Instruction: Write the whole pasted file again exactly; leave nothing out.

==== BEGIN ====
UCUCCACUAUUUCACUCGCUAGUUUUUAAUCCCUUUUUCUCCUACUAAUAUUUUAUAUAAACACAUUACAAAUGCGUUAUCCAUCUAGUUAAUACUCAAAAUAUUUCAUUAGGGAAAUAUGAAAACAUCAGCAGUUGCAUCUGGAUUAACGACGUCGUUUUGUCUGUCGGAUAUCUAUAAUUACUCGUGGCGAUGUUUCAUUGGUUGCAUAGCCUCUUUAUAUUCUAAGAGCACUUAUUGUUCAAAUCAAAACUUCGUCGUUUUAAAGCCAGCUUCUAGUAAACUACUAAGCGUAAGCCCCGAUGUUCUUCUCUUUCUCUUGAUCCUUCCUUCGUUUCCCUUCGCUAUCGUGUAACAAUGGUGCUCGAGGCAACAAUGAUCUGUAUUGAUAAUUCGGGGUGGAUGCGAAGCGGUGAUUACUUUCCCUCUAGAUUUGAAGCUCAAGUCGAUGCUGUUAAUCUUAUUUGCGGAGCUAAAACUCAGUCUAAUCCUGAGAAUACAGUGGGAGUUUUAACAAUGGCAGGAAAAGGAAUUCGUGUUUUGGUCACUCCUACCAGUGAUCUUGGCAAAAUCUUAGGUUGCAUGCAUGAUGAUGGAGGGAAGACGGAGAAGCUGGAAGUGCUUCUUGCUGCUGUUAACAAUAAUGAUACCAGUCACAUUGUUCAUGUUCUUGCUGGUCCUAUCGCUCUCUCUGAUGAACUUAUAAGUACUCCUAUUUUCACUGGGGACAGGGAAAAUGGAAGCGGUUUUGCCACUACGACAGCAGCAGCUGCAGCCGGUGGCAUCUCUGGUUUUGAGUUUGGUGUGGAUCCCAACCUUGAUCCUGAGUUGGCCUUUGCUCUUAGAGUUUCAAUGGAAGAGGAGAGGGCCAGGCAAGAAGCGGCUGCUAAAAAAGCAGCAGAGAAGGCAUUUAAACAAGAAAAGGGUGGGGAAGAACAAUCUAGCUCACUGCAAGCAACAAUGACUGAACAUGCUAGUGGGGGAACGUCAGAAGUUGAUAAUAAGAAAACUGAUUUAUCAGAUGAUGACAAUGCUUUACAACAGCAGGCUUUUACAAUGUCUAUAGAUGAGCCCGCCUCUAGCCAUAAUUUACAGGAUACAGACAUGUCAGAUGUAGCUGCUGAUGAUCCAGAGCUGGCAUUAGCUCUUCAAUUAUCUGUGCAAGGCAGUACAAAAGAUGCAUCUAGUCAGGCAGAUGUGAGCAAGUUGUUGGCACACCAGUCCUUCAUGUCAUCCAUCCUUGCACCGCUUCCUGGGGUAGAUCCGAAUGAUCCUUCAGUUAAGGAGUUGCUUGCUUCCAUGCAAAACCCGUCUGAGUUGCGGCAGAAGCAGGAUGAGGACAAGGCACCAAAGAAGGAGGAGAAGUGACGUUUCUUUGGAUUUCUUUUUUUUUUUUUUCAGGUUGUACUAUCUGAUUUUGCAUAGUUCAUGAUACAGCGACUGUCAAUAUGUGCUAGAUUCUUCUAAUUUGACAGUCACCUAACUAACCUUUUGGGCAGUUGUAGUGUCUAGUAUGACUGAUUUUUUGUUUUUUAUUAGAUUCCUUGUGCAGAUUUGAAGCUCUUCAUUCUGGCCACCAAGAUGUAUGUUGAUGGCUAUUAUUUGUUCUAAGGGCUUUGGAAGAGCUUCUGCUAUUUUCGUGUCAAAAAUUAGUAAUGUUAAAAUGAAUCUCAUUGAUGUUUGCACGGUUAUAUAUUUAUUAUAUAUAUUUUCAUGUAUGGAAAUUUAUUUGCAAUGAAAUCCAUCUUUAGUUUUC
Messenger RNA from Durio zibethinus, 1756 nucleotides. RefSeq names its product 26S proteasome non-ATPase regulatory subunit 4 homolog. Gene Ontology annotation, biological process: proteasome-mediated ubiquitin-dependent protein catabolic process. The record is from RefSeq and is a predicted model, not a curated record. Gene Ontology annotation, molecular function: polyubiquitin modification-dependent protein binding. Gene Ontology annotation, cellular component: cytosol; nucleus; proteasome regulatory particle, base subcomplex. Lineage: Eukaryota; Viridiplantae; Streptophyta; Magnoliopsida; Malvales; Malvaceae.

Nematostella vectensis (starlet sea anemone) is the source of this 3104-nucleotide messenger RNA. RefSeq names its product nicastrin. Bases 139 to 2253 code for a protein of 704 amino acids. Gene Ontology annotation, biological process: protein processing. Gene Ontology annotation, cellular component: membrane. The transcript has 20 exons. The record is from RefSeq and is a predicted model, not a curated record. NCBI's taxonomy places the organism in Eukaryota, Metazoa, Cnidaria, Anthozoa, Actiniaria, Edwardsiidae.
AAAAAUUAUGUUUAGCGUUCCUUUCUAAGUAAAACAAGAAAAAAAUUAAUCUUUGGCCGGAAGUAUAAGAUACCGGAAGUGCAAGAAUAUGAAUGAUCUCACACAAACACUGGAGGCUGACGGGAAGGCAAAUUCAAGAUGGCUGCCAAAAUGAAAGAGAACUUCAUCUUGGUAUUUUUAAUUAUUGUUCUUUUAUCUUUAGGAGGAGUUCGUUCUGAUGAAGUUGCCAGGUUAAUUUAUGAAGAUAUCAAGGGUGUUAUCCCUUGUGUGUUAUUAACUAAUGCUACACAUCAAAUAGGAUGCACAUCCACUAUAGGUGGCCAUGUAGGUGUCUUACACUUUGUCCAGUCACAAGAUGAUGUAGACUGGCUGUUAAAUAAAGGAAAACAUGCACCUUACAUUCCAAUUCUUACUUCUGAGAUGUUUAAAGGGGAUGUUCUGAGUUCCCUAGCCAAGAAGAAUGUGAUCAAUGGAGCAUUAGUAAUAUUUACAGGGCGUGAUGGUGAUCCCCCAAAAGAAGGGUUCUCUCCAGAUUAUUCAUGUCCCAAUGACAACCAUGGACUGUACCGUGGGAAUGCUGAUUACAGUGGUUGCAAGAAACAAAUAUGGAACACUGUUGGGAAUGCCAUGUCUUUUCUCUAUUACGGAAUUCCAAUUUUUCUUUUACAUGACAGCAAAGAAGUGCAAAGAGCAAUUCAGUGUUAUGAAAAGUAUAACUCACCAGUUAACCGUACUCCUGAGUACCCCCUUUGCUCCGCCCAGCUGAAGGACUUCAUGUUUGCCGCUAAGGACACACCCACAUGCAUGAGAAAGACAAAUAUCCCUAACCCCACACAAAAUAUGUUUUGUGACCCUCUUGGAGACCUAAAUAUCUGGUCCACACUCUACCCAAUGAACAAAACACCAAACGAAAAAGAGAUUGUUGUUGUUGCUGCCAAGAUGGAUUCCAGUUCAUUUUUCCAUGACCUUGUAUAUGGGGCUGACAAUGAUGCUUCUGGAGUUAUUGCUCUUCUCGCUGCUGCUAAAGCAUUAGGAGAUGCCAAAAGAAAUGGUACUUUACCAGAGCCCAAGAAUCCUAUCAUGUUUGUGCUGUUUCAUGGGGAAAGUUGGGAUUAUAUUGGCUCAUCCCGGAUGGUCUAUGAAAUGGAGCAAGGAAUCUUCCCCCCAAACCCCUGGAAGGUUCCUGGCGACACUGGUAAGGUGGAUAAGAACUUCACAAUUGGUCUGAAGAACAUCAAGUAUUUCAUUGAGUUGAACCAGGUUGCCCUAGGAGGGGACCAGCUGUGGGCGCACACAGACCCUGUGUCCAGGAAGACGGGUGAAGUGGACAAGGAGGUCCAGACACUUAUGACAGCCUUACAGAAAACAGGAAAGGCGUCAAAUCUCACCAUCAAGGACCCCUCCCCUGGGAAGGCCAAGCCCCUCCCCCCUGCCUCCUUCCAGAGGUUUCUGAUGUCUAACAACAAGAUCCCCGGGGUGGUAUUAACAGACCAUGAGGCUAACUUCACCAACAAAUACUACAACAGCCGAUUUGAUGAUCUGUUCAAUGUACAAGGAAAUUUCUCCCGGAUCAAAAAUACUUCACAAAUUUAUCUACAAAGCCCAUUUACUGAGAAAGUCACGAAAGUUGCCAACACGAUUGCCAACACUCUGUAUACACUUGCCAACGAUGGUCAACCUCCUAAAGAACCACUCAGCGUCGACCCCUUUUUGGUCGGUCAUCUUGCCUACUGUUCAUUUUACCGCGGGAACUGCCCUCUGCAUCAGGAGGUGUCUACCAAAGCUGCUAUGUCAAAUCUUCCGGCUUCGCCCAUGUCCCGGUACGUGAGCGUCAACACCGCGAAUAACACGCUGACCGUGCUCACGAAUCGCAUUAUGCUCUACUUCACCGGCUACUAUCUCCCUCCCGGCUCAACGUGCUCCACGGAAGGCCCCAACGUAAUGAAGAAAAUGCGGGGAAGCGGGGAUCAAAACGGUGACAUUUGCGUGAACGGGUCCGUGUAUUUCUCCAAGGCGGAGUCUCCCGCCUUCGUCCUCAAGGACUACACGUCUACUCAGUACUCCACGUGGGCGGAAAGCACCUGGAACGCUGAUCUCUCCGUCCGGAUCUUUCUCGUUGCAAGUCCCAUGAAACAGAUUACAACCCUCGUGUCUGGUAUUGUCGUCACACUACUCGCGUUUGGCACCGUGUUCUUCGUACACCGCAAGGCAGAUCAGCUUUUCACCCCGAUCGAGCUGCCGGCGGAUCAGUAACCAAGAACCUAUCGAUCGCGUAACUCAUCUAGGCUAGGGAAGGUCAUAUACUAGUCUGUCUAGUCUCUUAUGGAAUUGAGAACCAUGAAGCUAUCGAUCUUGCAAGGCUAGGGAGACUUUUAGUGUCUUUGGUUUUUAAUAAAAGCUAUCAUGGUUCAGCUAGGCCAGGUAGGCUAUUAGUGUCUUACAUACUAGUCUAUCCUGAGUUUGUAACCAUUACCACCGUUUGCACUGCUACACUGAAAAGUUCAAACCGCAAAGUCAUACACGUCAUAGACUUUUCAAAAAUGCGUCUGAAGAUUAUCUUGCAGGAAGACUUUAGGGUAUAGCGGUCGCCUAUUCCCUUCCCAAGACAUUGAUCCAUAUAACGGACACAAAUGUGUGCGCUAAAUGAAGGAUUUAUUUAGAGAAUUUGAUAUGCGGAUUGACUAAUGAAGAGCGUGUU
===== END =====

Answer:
UCUCCACUAUUUCACUCGCUAGUUUUUAAUCCCUUUUUCUCCUACUAAUAUUUUAUAUAAACACAUUACAAAUGCGUUAUCCAUCUAGUUAAUACUCAAAAUAUUUCAUUAGGGAAAUAUGAAAACAUCAGCAGUUGCAUCUGGAUUAACGACGUCGUUUUGUCUGUCGGAUAUCUAUAAUUACUCGUGGCGAUGUUUCAUUGGUUGCAUAGCCUCUUUAUAUUCUAAGAGCACUUAUUGUUCAAAUCAAAACUUCGUCGUUUUAAAGCCAGCUUCUAGUAAACUACUAAGCGUAAGCCCCGAUGUUCUUCUCUUUCUCUUGAUCCUUCCUUCGUUUCCCUUCGCUAUCGUGUAACAAUGGUGCUCGAGGCAACAAUGAUCUGUAUUGAUAAUUCGGGGUGGAUGCGAAGCGGUGAUUACUUUCCCUCUAGAUUUGAAGCUCAAGUCGAUGCUGUUAAUCUUAUUUGCGGAGCUAAAACUCAGUCUAAUCCUGAGAAUACAGUGGGAGUUUUAACAAUGGCAGGAAAAGGAAUUCGUGUUUUGGUCACUCCUACCAGUGAUCUUGGCAAAAUCUUAGGUUGCAUGCAUGAUGAUGGAGGGAAGACGGAGAAGCUGGAAGUGCUUCUUGCUGCUGUUAACAAUAAUGAUACCAGUCACAUUGUUCAUGUUCUUGCUGGUCCUAUCGCUCUCUCUGAUGAACUUAUAAGUACUCCUAUUUUCACUGGGGACAGGGAAAAUGGAAGCGGUUUUGCCACUACGACAGCAGCAGCUGCAGCCGGUGGCAUCUCUGGUUUUGAGUUUGGUGUGGAUCCCAACCUUGAUCCUGAGUUGGCCUUUGCUCUUAGAGUUUCAAUGGAAGAGGAGAGGGCCAGGCAAGAAGCGGCUGCUAAAAAAGCAGCAGAGAAGGCAUUUAAACAAGAAAAGGGUGGGGAAGAACAAUCUAGCUCACUGCAAGCAACAAUGACUGAACAUGCUAGUGGGGGAACGUCAGAAGUUGAUAAUAAGAAAACUGAUUUAUCAGAUGAUGACAAUGCUUUACAACAGCAGGCUUUUACAAUGUCUAUAGAUGAGCCCGCCUCUAGCCAUAAUUUACAGGAUACAGACAUGUCAGAUGUAGCUGCUGAUGAUCCAGAGCUGGCAUUAGCUCUUCAAUUAUCUGUGCAAGGCAGUACAAAAGAUGCAUCUAGUCAGGCAGAUGUGAGCAAGUUGUUGGCACACCAGUCCUUCAUGUCAUCCAUCCUUGCACCGCUUCCUGGGGUAGAUCCGAAUGAUCCUUCAGUUAAGGAGUUGCUUGCUUCCAUGCAAAACCCGUCUGAGUUGCGGCAGAAGCAGGAUGAGGACAAGGCACCAAAGAAGGAGGAGAAGUGACGUUUCUUUGGAUUUCUUUUUUUUUUUUUUCAGGUUGUACUAUCUGAUUUUGCAUAGUUCAUGAUACAGCGACUGUCAAUAUGUGCUAGAUUCUUCUAAUUUGACAGUCACCUAACUAACCUUUUGGGCAGUUGUAGUGUCUAGUAUGACUGAUUUUUUGUUUUUUAUUAGAUUCCUUGUGCAGAUUUGAAGCUCUUCAUUCUGGCCACCAAGAUGUAUGUUGAUGGCUAUUAUUUGUUCUAAGGGCUUUGGAAGAGCUUCUGCUAUUUUCGUGUCAAAAAUUAGUAAUGUUAAAAUGAAUCUCAUUGAUGUUUGCACGGUUAUAUAUUUAUUAUAUAUAUUUUCAUGUAUGGAAAUUUAUUUGCAAUGAAAUCCAUCUUUAGUUUUC
Messenger RNA from Durio zibethinus, 1756 nucleotides. RefSeq names its product 26S proteasome non-ATPase regulatory subunit 4 homolog. Gene Ontology annotation, biological process: proteasome-mediated ubiquitin-dependent protein catabolic process. The record is from RefSeq and is a predicted model, not a curated record. Gene Ontology annotation, molecular function: polyubiquitin modification-dependent protein binding. Gene Ontology annotation, cellular component: cytosol; nucleus; proteasome regulatory particle, base subcomplex. Lineage: Eukaryota; Viridiplantae; Streptophyta; Magnoliopsida; Malvales; Malvaceae.

Nematostella vectensis (starlet sea anemone) is the source of this 3104-nucleotide messenger RNA. RefSeq names its product nicastrin. Bases 139 to 2253 code for a protein of 704 amino acids. Gene Ontology annotation, biological process: protein processing. Gene Ontology annotation, cellular component: membrane. The transcript has 20 exons. The record is from RefSeq and is a predicted model, not a curated record. NCBI's taxonomy places the organism in Eukaryota, Metazoa, Cnidaria, Anthozoa, Actiniaria, Edwardsiidae.
AAAAAUUAUGUUUAGCGUUCCUUUCUAAGUAAAACAAGAAAAAAAUUAAUCUUUGGCCGGAAGUAUAAGAUACCGGAAGUGCAAGAAUAUGAAUGAUCUCACACAAACACUGGAGGCUGACGGGAAGGCAAAUUCAAGAUGGCUGCCAAAAUGAAAGAGAACUUCAUCUUGGUAUUUUUAAUUAUUGUUCUUUUAUCUUUAGGAGGAGUUCGUUCUGAUGAAGUUGCCAGGUUAAUUUAUGAAGAUAUCAAGGGUGUUAUCCCUUGUGUGUUAUUAACUAAUGCUACACAUCAAAUAGGAUGCACAUCCACUAUAGGUGGCCAUGUAGGUGUCUUACACUUUGUCCAGUCACAAGAUGAUGUAGACUGGCUGUUAAAUAAAGGAAAACAUGCACCUUACAUUCCAAUUCUUACUUCUGAGAUGUUUAAAGGGGAUGUUCUGAGUUCCCUAGCCAAGAAGAAUGUGAUCAAUGGAGCAUUAGUAAUAUUUACAGGGCGUGAUGGUGAUCCCCCAAAAGAAGGGUUCUCUCCAGAUUAUUCAUGUCCCAAUGACAACCAUGGACUGUACCGUGGGAAUGCUGAUUACAGUGGUUGCAAGAAACAAAUAUGGAACACUGUUGGGAAUGCCAUGUCUUUUCUCUAUUACGGAAUUCCAAUUUUUCUUUUACAUGACAGCAAAGAAGUGCAAAGAGCAAUUCAGUGUUAUGAAAAGUAUAACUCACCAGUUAACCGUACUCCUGAGUACCCCCUUUGCUCCGCCCAGCUGAAGGACUUCAUGUUUGCCGCUAAGGACACACCCACAUGCAUGAGAAAGACAAAUAUCCCUAACCCCACACAAAAUAUGUUUUGUGACCCUCUUGGAGACCUAAAUAUCUGGUCCACACUCUACCCAAUGAACAAAACACCAAACGAAAAAGAGAUUGUUGUUGUUGCUGCCAAGAUGGAUUCCAGUUCAUUUUUCCAUGACCUUGUAUAUGGGGCUGACAAUGAUGCUUCUGGAGUUAUUGCUCUUCUCGCUGCUGCUAAAGCAUUAGGAGAUGCCAAAAGAAAUGGUACUUUACCAGAGCCCAAGAAUCCUAUCAUGUUUGUGCUGUUUCAUGGGGAAAGUUGGGAUUAUAUUGGCUCAUCCCGGAUGGUCUAUGAAAUGGAGCAAGGAAUCUUCCCCCCAAACCCCUGGAAGGUUCCUGGCGACACUGGUAAGGUGGAUAAGAACUUCACAAUUGGUCUGAAGAACAUCAAGUAUUUCAUUGAGUUGAACCAGGUUGCCCUAGGAGGGGACCAGCUGUGGGCGCACACAGACCCUGUGUCCAGGAAGACGGGUGAAGUGGACAAGGAGGUCCAGACACUUAUGACAGCCUUACAGAAAACAGGAAAGGCGUCAAAUCUCACCAUCAAGGACCCCUCCCCUGGGAAGGCCAAGCCCCUCCCCCCUGCCUCCUUCCAGAGGUUUCUGAUGUCUAACAACAAGAUCCCCGGGGUGGUAUUAACAGACCAUGAGGCUAACUUCACCAACAAAUACUACAACAGCCGAUUUGAUGAUCUGUUCAAUGUACAAGGAAAUUUCUCCCGGAUCAAAAAUACUUCACAAAUUUAUCUACAAAGCCCAUUUACUGAGAAAGUCACGAAAGUUGCCAACACGAUUGCCAACACUCUGUAUACACUUGCCAACGAUGGUCAACCUCCUAAAGAACCACUCAGCGUCGACCCCUUUUUGGUCGGUCAUCUUGCCUACUGUUCAUUUUACCGCGGGAACUGCCCUCUGCAUCAGGAGGUGUCUACCAAAGCUGCUAUGUCAAAUCUUCCGGCUUCGCCCAUGUCCCGGUACGUGAGCGUCAACACCGCGAAUAACACGCUGACCGUGCUCACGAAUCGCAUUAUGCUCUACUUCACCGGCUACUAUCUCCCUCCCGGCUCAACGUGCUCCACGGAAGGCCCCAACGUAAUGAAGAAAAUGCGGGGAAGCGGGGAUCAAAACGGUGACAUUUGCGUGAACGGGUCCGUGUAUUUCUCCAAGGCGGAGUCUCCCGCCUUCGUCCUCAAGGACUACACGUCUACUCAGUACUCCACGUGGGCGGAAAGCACCUGGAACGCUGAUCUCUCCGUCCGGAUCUUUCUCGUUGCAAGUCCCAUGAAACAGAUUACAACCCUCGUGUCUGGUAUUGUCGUCACACUACUCGCGUUUGGCACCGUGUUCUUCGUACACCGCAAGGCAGAUCAGCUUUUCACCCCGAUCGAGCUGCCGGCGGAUCAGUAACCAAGAACCUAUCGAUCGCGUAACUCAUCUAGGCUAGGGAAGGUCAUAUACUAGUCUGUCUAGUCUCUUAUGGAAUUGAGAACCAUGAAGCUAUCGAUCUUGCAAGGCUAGGGAGACUUUUAGUGUCUUUGGUUUUUAAUAAAAGCUAUCAUGGUUCAGCUAGGCCAGGUAGGCUAUUAGUGUCUUACAUACUAGUCUAUCCUGAGUUUGUAACCAUUACCACCGUUUGCACUGCUACACUGAAAAGUUCAAACCGCAAAGUCAUACACGUCAUAGACUUUUCAAAAAUGCGUCUGAAGAUUAUCUUGCAGGAAGACUUUAGGGUAUAGCGGUCGCCUAUUCCCUUCCCAAGACAUUGAUCCAUAUAACGGACACAAAUGUGUGCGCUAAAUGAAGGAUUUAUUUAGAGAAUUUGAUAUGCGGAUUGACUAAUGAAGAGCGUGUU